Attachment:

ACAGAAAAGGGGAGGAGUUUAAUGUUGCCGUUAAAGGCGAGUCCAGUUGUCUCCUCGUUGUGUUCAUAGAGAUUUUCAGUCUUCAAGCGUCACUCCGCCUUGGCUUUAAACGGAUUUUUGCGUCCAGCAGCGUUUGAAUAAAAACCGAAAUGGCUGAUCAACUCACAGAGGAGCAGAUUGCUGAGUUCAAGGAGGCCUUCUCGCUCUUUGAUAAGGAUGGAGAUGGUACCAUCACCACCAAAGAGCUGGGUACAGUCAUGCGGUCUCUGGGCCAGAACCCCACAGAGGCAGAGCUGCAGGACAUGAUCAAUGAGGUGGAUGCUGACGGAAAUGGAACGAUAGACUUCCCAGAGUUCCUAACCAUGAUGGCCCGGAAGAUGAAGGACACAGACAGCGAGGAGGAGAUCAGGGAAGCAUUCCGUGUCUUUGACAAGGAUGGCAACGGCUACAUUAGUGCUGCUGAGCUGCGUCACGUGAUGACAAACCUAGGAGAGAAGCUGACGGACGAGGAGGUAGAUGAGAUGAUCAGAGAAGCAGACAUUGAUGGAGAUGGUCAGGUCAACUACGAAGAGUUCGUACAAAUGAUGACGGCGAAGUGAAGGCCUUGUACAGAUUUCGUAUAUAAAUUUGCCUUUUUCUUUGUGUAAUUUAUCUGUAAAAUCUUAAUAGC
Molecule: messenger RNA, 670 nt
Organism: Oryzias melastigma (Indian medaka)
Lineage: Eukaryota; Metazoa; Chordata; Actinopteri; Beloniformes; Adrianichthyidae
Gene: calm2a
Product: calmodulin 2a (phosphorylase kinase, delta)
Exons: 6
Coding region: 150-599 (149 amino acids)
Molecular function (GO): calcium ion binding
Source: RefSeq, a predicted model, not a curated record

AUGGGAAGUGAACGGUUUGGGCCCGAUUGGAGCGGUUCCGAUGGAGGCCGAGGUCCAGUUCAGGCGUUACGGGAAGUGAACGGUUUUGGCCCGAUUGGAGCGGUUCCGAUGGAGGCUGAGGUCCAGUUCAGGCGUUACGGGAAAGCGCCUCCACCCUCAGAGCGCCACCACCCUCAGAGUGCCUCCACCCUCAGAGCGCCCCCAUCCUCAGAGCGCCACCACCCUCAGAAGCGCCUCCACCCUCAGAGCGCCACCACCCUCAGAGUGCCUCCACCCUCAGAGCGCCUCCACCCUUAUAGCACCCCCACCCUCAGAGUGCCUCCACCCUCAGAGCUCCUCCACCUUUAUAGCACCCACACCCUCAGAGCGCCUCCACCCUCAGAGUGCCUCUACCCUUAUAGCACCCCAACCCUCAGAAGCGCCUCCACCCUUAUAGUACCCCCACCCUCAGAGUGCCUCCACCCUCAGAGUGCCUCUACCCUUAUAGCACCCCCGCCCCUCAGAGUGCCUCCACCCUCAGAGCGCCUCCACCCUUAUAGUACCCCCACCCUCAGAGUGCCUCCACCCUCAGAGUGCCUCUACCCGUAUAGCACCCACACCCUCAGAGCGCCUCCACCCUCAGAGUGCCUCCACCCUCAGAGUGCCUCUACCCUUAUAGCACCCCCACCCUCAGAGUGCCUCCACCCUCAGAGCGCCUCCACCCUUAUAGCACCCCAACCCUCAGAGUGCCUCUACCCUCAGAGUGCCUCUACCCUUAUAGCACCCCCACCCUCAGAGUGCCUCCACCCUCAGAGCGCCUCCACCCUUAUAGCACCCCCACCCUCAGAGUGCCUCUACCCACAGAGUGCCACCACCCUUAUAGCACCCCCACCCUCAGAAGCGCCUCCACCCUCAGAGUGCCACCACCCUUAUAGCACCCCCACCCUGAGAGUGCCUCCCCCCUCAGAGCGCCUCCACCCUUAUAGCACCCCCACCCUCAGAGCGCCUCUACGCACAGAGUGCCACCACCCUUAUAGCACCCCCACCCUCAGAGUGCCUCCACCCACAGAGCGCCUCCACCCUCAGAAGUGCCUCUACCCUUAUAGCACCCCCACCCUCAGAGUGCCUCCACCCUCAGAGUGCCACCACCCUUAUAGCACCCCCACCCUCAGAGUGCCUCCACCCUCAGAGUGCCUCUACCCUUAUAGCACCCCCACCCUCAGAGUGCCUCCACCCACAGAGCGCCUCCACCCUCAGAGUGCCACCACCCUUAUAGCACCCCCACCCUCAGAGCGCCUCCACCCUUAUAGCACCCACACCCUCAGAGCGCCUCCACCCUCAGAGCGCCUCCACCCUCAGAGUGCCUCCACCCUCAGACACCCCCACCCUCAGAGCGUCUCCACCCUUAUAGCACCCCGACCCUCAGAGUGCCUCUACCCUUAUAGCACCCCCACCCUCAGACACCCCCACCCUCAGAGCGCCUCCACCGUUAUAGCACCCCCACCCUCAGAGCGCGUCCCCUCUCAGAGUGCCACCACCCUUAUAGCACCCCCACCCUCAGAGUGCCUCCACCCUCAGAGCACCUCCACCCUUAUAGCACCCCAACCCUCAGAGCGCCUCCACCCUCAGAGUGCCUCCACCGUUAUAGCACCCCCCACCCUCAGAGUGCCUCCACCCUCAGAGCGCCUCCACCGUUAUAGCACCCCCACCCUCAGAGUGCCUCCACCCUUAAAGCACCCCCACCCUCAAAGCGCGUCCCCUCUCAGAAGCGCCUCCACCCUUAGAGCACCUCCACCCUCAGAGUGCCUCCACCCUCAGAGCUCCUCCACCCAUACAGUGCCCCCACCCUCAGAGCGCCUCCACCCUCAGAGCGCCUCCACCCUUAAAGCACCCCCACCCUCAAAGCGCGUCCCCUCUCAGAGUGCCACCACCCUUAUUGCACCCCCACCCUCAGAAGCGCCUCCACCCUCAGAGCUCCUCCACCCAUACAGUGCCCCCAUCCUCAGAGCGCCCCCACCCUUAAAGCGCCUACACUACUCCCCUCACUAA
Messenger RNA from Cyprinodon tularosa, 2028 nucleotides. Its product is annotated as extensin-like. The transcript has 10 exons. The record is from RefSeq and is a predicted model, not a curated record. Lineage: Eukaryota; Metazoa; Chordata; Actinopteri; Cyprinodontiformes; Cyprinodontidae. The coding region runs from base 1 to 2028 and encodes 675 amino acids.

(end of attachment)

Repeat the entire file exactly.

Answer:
ACAGAAAAGGGGAGGAGUUUAAUGUUGCCGUUAAAGGCGAGUCCAGUUGUCUCCUCGUUGUGUUCAUAGAGAUUUUCAGUCUUCAAGCGUCACUCCGCCUUGGCUUUAAACGGAUUUUUGCGUCCAGCAGCGUUUGAAUAAAAACCGAAAUGGCUGAUCAACUCACAGAGGAGCAGAUUGCUGAGUUCAAGGAGGCCUUCUCGCUCUUUGAUAAGGAUGGAGAUGGUACCAUCACCACCAAAGAGCUGGGUACAGUCAUGCGGUCUCUGGGCCAGAACCCCACAGAGGCAGAGCUGCAGGACAUGAUCAAUGAGGUGGAUGCUGACGGAAAUGGAACGAUAGACUUCCCAGAGUUCCUAACCAUGAUGGCCCGGAAGAUGAAGGACACAGACAGCGAGGAGGAGAUCAGGGAAGCAUUCCGUGUCUUUGACAAGGAUGGCAACGGCUACAUUAGUGCUGCUGAGCUGCGUCACGUGAUGACAAACCUAGGAGAGAAGCUGACGGACGAGGAGGUAGAUGAGAUGAUCAGAGAAGCAGACAUUGAUGGAGAUGGUCAGGUCAACUACGAAGAGUUCGUACAAAUGAUGACGGCGAAGUGAAGGCCUUGUACAGAUUUCGUAUAUAAAUUUGCCUUUUUCUUUGUGUAAUUUAUCUGUAAAAUCUUAAUAGC
Molecule: messenger RNA, 670 nt
Organism: Oryzias melastigma (Indian medaka)
Lineage: Eukaryota; Metazoa; Chordata; Actinopteri; Beloniformes; Adrianichthyidae
Gene: calm2a
Product: calmodulin 2a (phosphorylase kinase, delta)
Exons: 6
Coding region: 150-599 (149 amino acids)
Molecular function (GO): calcium ion binding
Source: RefSeq, a predicted model, not a curated record

AUGGGAAGUGAACGGUUUGGGCCCGAUUGGAGCGGUUCCGAUGGAGGCCGAGGUCCAGUUCAGGCGUUACGGGAAGUGAACGGUUUUGGCCCGAUUGGAGCGGUUCCGAUGGAGGCUGAGGUCCAGUUCAGGCGUUACGGGAAAGCGCCUCCACCCUCAGAGCGCCACCACCCUCAGAGUGCCUCCACCCUCAGAGCGCCCCCAUCCUCAGAGCGCCACCACCCUCAGAAGCGCCUCCACCCUCAGAGCGCCACCACCCUCAGAGUGCCUCCACCCUCAGAGCGCCUCCACCCUUAUAGCACCCCCACCCUCAGAGUGCCUCCACCCUCAGAGCUCCUCCACCUUUAUAGCACCCACACCCUCAGAGCGCCUCCACCCUCAGAGUGCCUCUACCCUUAUAGCACCCCAACCCUCAGAAGCGCCUCCACCCUUAUAGUACCCCCACCCUCAGAGUGCCUCCACCCUCAGAGUGCCUCUACCCUUAUAGCACCCCCGCCCCUCAGAGUGCCUCCACCCUCAGAGCGCCUCCACCCUUAUAGUACCCCCACCCUCAGAGUGCCUCCACCCUCAGAGUGCCUCUACCCGUAUAGCACCCACACCCUCAGAGCGCCUCCACCCUCAGAGUGCCUCCACCCUCAGAGUGCCUCUACCCUUAUAGCACCCCCACCCUCAGAGUGCCUCCACCCUCAGAGCGCCUCCACCCUUAUAGCACCCCAACCCUCAGAGUGCCUCUACCCUCAGAGUGCCUCUACCCUUAUAGCACCCCCACCCUCAGAGUGCCUCCACCCUCAGAGCGCCUCCACCCUUAUAGCACCCCCACCCUCAGAGUGCCUCUACCCACAGAGUGCCACCACCCUUAUAGCACCCCCACCCUCAGAAGCGCCUCCACCCUCAGAGUGCCACCACCCUUAUAGCACCCCCACCCUGAGAGUGCCUCCCCCCUCAGAGCGCCUCCACCCUUAUAGCACCCCCACCCUCAGAGCGCCUCUACGCACAGAGUGCCACCACCCUUAUAGCACCCCCACCCUCAGAGUGCCUCCACCCACAGAGCGCCUCCACCCUCAGAAGUGCCUCUACCCUUAUAGCACCCCCACCCUCAGAGUGCCUCCACCCUCAGAGUGCCACCACCCUUAUAGCACCCCCACCCUCAGAGUGCCUCCACCCUCAGAGUGCCUCUACCCUUAUAGCACCCCCACCCUCAGAGUGCCUCCACCCACAGAGCGCCUCCACCCUCAGAGUGCCACCACCCUUAUAGCACCCCCACCCUCAGAGCGCCUCCACCCUUAUAGCACCCACACCCUCAGAGCGCCUCCACCCUCAGAGCGCCUCCACCCUCAGAGUGCCUCCACCCUCAGACACCCCCACCCUCAGAGCGUCUCCACCCUUAUAGCACCCCGACCCUCAGAGUGCCUCUACCCUUAUAGCACCCCCACCCUCAGACACCCCCACCCUCAGAGCGCCUCCACCGUUAUAGCACCCCCACCCUCAGAGCGCGUCCCCUCUCAGAGUGCCACCACCCUUAUAGCACCCCCACCCUCAGAGUGCCUCCACCCUCAGAGCACCUCCACCCUUAUAGCACCCCAACCCUCAGAGCGCCUCCACCCUCAGAGUGCCUCCACCGUUAUAGCACCCCCCACCCUCAGAGUGCCUCCACCCUCAGAGCGCCUCCACCGUUAUAGCACCCCCACCCUCAGAGUGCCUCCACCCUUAAAGCACCCCCACCCUCAAAGCGCGUCCCCUCUCAGAAGCGCCUCCACCCUUAGAGCACCUCCACCCUCAGAGUGCCUCCACCCUCAGAGCUCCUCCACCCAUACAGUGCCCCCACCCUCAGAGCGCCUCCACCCUCAGAGCGCCUCCACCCUUAAAGCACCCCCACCCUCAAAGCGCGUCCCCUCUCAGAGUGCCACCACCCUUAUUGCACCCCCACCCUCAGAAGCGCCUCCACCCUCAGAGCUCCUCCACCCAUACAGUGCCCCCAUCCUCAGAGCGCCCCCACCCUUAAAGCGCCUACACUACUCCCCUCACUAA
Messenger RNA from Cyprinodon tularosa, 2028 nucleotides. Its product is annotated as extensin-like. The transcript has 10 exons. The record is from RefSeq and is a predicted model, not a curated record. Lineage: Eukaryota; Metazoa; Chordata; Actinopteri; Cyprinodontiformes; Cyprinodontidae. The coding region runs from base 1 to 2028 and encodes 675 amino acids.